Leah is a more interesting and better-drawn character than Nat, who approaches yuppie stereotype and who is featured in the novel’s third section, told in numbered, disjointed snatches of prose with titles like “Angst!” and “Some observations concerning television.” Other sections are narrated more successfully. We learn about Felix through his conversations with others—his new girlfriend, who reminds him of Tupac’s mantra, “Never. Ignorant. Getting. Goals. Accomplished,” his pot-smoking father, reminiscing about the glory days of Black Power, an agoraphobic ex-actress lover he met while working for a film studio—and the narration is as smooth and charismatic as Felix himself. Leah’s section is peopled with voices including that of an apple tree in her backyard (“New blossom, new apples. Same tree? Born and bred. Same streets”), a Madonna (“Spirit of these beech wood and phone boxes…grazing spots and 3D multiplexes. Unruly England”), and epitaphs, which advise her after a secretive medical procedure to “Take-it easy for forty-eight hours/In this terrible sun/Take it easy, Leah Hanwell.” Nathan’s brief section is structured through his (also unlikely) conversation with Natalie.
Smith’s exuberant language is, as usual, more compelling than the plot it narrates, in which poignance sometimes teeters into melodrama. The novel begins when Leah is taken in by a desperate woman, Shar, who comes to her door, a moving storyline that effectively sets up what is both Leah’s difficulty and character strength: despite growing up in Caldwell, she does not make the effort to inure herself as others do, like Natalie, who once represented the indigent but ambitiously switched to more profitable law. Leah and Shar’s unlikely conversation creates room in the novel for the disempowered, as Shar relates her tale of woe, doubtless part scam but also part truth, and runs like a thread through the rest of Leah’s story, as she keeps thinking of, and running into, Shar, who turns out to be connected with Nathan, her girlhood crush.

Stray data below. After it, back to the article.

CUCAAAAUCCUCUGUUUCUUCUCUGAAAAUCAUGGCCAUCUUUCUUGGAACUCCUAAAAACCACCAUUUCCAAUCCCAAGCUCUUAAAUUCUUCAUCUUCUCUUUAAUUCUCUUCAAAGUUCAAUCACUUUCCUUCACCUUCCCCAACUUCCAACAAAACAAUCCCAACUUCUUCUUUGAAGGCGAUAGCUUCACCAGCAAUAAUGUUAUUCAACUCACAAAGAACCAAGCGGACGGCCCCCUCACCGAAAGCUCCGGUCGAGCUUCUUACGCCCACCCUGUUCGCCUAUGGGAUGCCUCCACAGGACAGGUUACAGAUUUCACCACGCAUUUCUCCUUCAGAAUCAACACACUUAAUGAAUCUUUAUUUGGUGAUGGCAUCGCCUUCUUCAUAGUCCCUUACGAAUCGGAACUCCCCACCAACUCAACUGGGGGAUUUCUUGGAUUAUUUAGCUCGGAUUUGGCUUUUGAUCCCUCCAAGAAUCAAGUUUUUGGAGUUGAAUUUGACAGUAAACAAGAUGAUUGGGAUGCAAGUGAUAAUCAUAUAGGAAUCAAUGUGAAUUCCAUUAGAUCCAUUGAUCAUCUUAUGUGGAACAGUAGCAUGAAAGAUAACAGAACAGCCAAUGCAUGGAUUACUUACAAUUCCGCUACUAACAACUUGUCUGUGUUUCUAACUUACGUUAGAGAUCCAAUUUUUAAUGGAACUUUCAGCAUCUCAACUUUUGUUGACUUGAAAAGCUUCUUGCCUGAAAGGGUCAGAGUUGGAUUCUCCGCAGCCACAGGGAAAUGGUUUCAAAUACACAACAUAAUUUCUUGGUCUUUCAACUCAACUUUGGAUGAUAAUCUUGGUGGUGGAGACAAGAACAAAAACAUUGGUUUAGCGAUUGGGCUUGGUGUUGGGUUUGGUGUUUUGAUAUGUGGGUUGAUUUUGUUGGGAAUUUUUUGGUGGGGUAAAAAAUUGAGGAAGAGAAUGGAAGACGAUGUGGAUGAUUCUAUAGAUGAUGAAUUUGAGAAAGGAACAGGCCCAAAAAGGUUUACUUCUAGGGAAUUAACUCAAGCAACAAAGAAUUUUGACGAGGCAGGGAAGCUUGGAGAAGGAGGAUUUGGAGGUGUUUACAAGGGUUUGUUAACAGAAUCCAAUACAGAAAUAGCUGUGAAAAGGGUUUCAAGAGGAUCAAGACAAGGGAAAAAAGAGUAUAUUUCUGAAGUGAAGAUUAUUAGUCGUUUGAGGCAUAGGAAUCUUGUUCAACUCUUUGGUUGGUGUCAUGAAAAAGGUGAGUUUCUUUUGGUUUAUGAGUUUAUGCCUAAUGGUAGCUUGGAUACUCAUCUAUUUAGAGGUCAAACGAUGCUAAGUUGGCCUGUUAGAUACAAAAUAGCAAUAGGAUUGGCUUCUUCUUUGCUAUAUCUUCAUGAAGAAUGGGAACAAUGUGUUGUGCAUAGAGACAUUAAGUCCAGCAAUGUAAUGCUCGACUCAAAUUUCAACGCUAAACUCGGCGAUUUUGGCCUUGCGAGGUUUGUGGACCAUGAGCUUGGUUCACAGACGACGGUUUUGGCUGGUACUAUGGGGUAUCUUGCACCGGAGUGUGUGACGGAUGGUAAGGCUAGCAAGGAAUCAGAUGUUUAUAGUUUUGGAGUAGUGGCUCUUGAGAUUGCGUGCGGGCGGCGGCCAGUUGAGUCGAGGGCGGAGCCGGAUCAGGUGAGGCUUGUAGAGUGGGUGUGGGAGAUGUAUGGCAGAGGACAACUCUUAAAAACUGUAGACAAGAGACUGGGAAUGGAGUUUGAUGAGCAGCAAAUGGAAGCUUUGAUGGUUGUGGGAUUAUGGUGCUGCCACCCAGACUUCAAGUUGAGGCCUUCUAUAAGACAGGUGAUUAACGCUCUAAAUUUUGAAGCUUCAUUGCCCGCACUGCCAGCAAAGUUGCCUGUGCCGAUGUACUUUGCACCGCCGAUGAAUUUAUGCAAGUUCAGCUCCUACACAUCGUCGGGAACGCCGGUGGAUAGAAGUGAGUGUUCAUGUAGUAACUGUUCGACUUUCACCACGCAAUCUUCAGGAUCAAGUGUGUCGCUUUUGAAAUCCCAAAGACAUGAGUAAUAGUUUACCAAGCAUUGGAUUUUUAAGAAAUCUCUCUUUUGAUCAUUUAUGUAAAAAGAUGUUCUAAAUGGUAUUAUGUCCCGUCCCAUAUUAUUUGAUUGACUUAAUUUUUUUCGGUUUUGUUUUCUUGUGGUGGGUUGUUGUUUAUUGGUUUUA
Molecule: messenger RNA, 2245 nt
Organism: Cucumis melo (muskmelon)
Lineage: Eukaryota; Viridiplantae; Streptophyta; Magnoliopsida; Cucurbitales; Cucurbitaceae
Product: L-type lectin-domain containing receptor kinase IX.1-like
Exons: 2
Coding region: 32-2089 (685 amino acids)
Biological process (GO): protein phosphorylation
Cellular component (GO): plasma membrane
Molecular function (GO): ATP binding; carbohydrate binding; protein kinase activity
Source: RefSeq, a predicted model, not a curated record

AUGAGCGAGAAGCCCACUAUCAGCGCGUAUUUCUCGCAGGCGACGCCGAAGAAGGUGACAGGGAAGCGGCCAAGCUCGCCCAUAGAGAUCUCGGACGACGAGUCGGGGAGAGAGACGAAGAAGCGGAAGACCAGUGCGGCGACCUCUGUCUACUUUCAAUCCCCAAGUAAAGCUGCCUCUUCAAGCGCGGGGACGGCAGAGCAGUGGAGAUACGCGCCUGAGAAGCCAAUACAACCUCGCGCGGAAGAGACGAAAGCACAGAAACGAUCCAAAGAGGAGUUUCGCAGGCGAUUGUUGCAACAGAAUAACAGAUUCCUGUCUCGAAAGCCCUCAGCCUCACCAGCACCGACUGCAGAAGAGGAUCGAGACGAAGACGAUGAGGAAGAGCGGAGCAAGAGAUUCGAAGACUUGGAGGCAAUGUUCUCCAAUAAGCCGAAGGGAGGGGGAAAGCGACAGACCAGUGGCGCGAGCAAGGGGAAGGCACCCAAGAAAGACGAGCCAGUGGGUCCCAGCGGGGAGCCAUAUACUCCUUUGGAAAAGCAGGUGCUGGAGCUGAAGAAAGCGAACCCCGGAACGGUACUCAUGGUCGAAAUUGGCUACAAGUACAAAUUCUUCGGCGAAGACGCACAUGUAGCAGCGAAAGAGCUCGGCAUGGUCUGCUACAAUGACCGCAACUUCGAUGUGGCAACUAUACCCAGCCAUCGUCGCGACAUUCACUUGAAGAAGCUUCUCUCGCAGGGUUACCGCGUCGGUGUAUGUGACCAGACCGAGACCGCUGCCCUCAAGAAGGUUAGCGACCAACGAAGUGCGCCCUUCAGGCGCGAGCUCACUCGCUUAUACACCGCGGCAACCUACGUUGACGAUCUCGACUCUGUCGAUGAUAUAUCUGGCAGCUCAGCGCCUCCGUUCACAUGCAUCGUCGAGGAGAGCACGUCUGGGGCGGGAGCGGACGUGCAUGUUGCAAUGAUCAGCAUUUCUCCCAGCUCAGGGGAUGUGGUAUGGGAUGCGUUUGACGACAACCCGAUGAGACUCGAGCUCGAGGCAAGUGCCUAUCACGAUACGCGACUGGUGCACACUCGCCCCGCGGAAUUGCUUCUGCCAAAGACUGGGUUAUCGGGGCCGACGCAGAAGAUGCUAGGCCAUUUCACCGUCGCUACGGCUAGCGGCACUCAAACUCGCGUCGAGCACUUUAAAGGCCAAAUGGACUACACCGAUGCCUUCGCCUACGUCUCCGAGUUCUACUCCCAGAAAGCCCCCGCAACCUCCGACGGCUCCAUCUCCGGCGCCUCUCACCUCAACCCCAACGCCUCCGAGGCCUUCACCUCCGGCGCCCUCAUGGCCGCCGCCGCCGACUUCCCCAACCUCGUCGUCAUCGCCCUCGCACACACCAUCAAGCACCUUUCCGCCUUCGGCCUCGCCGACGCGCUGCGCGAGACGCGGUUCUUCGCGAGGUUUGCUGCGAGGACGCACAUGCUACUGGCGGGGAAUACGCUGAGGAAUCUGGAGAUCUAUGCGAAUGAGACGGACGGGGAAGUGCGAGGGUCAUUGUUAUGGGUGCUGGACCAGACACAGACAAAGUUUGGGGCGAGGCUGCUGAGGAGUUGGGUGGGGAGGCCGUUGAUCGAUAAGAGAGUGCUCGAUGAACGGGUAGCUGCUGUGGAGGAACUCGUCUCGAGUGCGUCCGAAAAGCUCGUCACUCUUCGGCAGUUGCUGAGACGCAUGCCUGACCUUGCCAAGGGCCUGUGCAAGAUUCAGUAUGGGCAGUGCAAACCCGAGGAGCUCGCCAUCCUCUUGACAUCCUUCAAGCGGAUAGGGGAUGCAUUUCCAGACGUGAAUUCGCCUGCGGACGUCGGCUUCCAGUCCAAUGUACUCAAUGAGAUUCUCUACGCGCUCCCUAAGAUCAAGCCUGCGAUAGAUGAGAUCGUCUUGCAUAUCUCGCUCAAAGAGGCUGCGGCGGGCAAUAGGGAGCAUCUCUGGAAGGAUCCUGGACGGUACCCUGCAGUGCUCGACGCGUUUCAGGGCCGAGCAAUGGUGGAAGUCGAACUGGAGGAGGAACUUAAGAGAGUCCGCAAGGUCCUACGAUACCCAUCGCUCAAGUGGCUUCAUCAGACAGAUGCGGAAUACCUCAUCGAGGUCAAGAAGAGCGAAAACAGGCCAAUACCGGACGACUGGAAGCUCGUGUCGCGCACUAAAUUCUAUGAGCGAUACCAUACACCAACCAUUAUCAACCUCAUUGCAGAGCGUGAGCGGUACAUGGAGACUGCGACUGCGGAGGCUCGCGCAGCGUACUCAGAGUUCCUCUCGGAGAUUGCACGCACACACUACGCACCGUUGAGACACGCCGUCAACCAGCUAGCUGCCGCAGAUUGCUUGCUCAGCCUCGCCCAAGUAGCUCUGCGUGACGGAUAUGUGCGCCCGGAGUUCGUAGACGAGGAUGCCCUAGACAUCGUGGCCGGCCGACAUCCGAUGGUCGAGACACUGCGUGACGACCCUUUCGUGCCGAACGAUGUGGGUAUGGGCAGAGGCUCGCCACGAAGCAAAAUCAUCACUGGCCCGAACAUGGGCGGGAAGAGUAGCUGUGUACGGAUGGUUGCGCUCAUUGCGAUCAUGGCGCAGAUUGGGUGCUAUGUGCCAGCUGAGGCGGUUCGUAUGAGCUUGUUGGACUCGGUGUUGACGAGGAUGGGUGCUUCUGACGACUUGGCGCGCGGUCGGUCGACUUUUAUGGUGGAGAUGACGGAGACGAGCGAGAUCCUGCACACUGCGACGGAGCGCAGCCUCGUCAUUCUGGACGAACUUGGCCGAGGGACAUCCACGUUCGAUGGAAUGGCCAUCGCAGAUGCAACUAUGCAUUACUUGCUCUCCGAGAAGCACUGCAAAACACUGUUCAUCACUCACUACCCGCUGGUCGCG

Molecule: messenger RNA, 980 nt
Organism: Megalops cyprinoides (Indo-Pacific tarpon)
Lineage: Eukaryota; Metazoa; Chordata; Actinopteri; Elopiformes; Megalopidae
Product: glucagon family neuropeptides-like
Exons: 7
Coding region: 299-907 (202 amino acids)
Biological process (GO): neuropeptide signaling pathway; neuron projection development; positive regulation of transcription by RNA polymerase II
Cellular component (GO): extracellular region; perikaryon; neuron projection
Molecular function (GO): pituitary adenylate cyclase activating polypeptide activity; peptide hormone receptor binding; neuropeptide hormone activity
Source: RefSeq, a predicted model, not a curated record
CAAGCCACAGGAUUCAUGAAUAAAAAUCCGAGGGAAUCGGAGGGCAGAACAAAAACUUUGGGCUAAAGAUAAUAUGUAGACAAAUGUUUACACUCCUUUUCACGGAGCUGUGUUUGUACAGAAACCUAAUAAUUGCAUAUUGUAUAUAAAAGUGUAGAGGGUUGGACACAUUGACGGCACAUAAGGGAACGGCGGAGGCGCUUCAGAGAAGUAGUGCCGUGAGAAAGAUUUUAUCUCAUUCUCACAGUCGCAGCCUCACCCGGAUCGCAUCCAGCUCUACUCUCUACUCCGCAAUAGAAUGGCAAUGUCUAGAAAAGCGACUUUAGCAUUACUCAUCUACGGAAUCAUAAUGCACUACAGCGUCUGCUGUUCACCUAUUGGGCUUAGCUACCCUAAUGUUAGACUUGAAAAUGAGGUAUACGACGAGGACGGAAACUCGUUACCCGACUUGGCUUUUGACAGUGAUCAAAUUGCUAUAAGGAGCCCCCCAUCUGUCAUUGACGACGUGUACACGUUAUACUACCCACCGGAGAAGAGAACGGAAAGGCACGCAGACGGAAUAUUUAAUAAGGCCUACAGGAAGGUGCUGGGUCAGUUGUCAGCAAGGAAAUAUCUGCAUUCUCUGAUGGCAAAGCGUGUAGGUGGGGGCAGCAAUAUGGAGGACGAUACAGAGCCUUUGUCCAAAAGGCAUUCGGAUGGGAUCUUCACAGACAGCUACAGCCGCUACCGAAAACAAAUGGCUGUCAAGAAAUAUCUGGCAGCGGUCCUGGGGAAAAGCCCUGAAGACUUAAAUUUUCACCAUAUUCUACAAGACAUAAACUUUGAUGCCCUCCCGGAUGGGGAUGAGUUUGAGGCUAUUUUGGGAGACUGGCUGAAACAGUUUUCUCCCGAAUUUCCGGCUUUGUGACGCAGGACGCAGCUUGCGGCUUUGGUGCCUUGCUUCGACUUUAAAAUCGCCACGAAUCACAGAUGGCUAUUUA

This situation, and the backstories of the other characters, would be intriguing enough to be the substance of the novel, but Smith fails in confidence and tacks on the drama. Her setups are much more interesting than the violence and destruction she seems to feel necessary to round the stories off. Leah’s and Felix’s stories both contain a death; Natalie’s Achilles heel turns out to be a sexual proclivity that, when exposed, endangers her perfect life; Nathan may be implicated in a crime that affects the lives of all four characters. Ultimately, NW’s overactive plot detracts from the brilliance of Smith’s language, making you hope that next time she has more faith that it is her writing, and not numerous plot twists, that draws readers in.
Fran Bigman is an American living in London, where she is working a PhD in English at the University of Cambridge. Her research focuses on representations of abortion in British culture from 1918 to 1967, and her other interests include contemporary British fiction, dystopian fiction and film, and novels of immigration and migration. Fran’s book reviews have appeared in the “Times Literary Supplement,” “Wasafiri,” Forbes.com, “Words Without Borders,” where she also served as reviews editor, and the “Jewish Quarterly.” She is reviews editor of the website Fiction Uncovered.